Smoke: Meaghan Martin and Oli Higginson did not come to play

Kanita T.
3 min readMay 16, 2023
Credit: London Theatre

Oh, to be a fly on the wall during an intimate encounter between two strangers at a BDSM party. Step into the shoes of audience members at the Southwark Playhouse Borough production of “Smoke,” who encircle actors Oli Higginson (John) and Meaghan Martin (Julie) from all sides for 70 minutes of cat-and-mouse, predator versus prey. “Smoke” is a chilling commentary on power, manipulation, and consent that both the audience and its protagonist only recognize when all is said and done.

“You’re playing with fire,” says John to Julie. Where there’s smoke, there’s fire, and that’s why the trajectory of this two-hander shouldn’t come as a surprise. It’s American writer Kim Davies’ adaptation of Miss Julie by August Strindberg, which had a brief run at the Flea Theater in New York back in 2014. “Smoke” explores John and Julie’s budding connection at a sex party. Julie, a going-nowhere twenty-year-old, is a first-timer. John’s a regular, a thirty-something photography intern for none other than Julie’s dad. Most of the first half is spent in small talk, with the conversation ranging from the mundane to provocative. The tension between them becomes more and more palpable by the second.

They’re in the kitchen, detached from the party but very much entrenched in its essence. There isn’t much of a setting to take in, minus the upturned fridge in a sandbox, courtesy of set designer Sami Fendall — black sand, much like time, slipping through their fingers as they become more acquainted with each other, from sharing a cigarette to giving in to their uncontrollable desires. John, a self-proclaimed “het-dom,” skillfully slips into the role of mentor, implicitly challenging Julie to succumb to her appetite for more. Julie, eager to learn, has the gall to taunt and tease. Where she has the power, he’s beyond willing to play dirty to snatch it back. She’s feverishly aroused, yet sets a clear boundary. He talks the talk, but can he walk the walk?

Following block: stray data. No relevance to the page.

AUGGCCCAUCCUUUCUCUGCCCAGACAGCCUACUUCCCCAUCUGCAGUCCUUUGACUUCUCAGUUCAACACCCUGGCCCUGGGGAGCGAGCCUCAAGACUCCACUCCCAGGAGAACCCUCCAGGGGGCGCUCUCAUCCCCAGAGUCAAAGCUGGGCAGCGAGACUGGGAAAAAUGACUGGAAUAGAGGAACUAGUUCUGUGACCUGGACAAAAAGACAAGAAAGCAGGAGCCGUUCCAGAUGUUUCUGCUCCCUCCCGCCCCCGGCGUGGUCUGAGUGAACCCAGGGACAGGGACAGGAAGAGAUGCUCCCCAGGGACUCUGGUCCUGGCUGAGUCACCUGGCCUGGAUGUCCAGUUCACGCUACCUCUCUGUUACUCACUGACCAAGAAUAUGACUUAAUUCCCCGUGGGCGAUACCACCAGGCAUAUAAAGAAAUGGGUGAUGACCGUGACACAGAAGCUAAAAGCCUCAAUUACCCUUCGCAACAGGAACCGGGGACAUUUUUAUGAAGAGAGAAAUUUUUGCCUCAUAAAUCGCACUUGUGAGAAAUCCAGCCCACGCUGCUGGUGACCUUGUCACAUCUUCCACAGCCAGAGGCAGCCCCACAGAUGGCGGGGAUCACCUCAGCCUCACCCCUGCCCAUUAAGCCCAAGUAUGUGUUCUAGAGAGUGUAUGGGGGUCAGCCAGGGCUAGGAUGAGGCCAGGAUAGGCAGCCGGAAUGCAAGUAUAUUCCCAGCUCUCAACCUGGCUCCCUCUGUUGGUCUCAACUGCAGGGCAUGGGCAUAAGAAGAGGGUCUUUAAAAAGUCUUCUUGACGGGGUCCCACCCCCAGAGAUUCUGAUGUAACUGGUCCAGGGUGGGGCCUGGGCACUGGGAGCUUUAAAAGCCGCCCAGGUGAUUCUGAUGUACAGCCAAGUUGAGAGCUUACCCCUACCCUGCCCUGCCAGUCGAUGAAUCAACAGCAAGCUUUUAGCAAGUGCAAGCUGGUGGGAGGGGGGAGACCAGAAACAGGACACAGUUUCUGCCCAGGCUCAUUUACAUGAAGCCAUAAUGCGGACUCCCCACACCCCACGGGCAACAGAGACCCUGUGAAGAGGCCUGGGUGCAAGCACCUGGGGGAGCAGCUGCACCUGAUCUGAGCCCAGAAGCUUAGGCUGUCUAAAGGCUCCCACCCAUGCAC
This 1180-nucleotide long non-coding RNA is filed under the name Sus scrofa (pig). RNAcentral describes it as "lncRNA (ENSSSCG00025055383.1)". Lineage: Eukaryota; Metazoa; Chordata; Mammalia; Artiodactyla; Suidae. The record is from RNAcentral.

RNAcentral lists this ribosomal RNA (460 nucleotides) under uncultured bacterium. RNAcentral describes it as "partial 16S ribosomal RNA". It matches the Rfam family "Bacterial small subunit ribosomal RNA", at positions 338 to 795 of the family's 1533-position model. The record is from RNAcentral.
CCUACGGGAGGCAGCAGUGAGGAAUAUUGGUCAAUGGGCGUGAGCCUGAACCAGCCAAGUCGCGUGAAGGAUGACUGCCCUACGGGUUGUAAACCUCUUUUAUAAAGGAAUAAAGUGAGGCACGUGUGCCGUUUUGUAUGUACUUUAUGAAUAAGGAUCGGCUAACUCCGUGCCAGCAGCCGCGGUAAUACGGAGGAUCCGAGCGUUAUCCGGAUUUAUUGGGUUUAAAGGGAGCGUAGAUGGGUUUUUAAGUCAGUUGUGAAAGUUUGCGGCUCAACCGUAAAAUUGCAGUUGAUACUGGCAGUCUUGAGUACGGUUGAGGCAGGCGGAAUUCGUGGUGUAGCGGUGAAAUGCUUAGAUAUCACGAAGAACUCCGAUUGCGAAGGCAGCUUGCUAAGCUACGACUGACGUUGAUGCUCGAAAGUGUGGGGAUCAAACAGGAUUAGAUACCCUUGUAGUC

There are many moments in which Martin and Higginson, a real-life married couple, let their chemistry do the heavy-lifting. While the script remained largely hint-free, one raised eyebrow or batted eyelash would do the trick. Martin’s Julie in particular masterfully harnesses enough sympathy in the last few minutes, despite dripping with the irritating brazenness and youthful entitlement throughout. Higginson’s slow seduction is equal parts haunting and thrilling, yet avoids toeing the line of sleaziness.

It is the performances alone, the volcanic eruption of sexual tension, that is Smoke’s saving grace where the script and direction (another two-hander effort by Polina Kalinina and Júlia Levai) fall short. The periodic cold showers of reality in the form of cigarette-runs and frantic phone calls served less of a metaphoric purpose than they were perhaps meant to and the dialogue became an awkward attempt at Millennial-modernity that undermines an essential, hard-hitting message.

For a show that describes itself as “pre-Me Too,” Smoke undoubtedly stirs the pot on the issue of consent. Who holds the power — the spoiled, inexperienced rich girl who’s the boss’s daughter? Or the sex party-frequenter over a decade her senior? As an audience member, you bounce between being the uncomfortable third wheel and key witness to a crime. 70 minutes later, you almost want to reach over and ask Julie to share her cigarette.

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Kanita T.

a pakistani-american lover of words (and macchiatos) | student at new york university